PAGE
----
JACKSONVILLE, Fla. -- Homicide investigators openly acknowledge the first 48 hours is critical in solving any murder, but what happens when years pass by? The Cold Case team gets the call.
On Tuesday, a cold case investigation that had been ongoing for more than ten years ended in solving a 1984 case that involved the rape and murder of a local 10 year-old girl. James Leon Jackson, 60, is now behind bars.
The Jacksonville Sheriff's Office Cold Case team is five strong and has unsolved murder cases on its plate that go back to World War II.
"Very challenging. Cold cases are very difficult to solve," said Sergeant Ronnie Booker, who heads up the team that he says solves one or two old cases each year.
Booker says right now, 1,400 cases are being worked in some fashion.
Families of Slain Children is a local organization that assists families looking for answers. Outside the group's office on Myrtle Avenue is a memorial that has more than 2,400 names of people, many local, who were killed in the city.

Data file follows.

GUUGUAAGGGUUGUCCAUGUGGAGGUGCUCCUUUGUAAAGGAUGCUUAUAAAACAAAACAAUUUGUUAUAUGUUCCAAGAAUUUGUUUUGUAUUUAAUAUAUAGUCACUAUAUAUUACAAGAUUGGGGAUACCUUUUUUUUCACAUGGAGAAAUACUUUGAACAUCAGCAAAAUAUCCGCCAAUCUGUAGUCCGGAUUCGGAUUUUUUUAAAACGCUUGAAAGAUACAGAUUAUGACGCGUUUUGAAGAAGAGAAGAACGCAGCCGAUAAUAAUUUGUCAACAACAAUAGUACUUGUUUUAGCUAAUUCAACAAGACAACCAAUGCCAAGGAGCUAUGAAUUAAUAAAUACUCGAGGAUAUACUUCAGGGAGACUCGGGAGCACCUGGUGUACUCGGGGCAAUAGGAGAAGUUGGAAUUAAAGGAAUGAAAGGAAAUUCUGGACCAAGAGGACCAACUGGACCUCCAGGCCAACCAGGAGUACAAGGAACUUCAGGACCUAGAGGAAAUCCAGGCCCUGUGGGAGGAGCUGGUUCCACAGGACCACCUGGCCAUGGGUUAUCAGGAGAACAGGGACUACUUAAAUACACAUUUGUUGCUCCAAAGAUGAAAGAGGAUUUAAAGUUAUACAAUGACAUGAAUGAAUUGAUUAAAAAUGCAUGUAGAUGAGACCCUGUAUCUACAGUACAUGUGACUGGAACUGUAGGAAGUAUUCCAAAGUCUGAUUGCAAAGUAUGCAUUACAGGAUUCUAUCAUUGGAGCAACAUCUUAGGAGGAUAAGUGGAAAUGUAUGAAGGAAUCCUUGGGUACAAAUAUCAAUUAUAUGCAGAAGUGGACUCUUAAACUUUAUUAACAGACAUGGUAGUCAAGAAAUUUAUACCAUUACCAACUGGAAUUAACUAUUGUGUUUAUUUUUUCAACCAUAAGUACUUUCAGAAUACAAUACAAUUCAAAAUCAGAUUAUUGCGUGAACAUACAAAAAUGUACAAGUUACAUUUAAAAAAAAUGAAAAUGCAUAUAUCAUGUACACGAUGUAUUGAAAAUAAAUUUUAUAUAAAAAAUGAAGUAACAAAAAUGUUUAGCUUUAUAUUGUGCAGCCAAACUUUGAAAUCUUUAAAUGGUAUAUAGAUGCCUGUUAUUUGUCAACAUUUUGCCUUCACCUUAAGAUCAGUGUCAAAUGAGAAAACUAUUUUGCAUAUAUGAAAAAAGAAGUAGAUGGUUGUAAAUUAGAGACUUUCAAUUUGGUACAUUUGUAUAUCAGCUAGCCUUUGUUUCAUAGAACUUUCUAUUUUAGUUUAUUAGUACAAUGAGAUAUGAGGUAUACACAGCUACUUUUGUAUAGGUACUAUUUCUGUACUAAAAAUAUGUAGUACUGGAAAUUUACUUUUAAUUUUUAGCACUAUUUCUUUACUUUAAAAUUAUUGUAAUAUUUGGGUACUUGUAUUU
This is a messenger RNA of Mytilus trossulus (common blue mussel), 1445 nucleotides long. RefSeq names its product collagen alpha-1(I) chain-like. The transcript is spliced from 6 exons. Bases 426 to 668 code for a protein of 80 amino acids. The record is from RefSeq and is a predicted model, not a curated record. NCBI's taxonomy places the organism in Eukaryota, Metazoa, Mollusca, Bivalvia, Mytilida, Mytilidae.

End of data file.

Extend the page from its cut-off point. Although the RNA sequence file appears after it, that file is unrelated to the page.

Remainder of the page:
Beverly McClain lost a child to violence and helped found the organization that supports other parents who had children murdered.
"We should stand up and be the voice for these people," said McClain, who encourages people who know something that will help police to come forward with information.
JSO Chief Tom Hackney acknowledges that some cases will never be solved and that the passage of time adds to the difficulty.
He said time sometimes works for the Cold Case team.
"With years that have gone by since these crimes occurred people sometimes, not all the time, are a little more willing to talk to us," said Hackney.
Cold Case detectives say often what helps them out the most is someone coming forward with a tip, a lead that the person may think is not important. Detectives say that may be all it takes to connect the dots and solve a murder.
First Coast News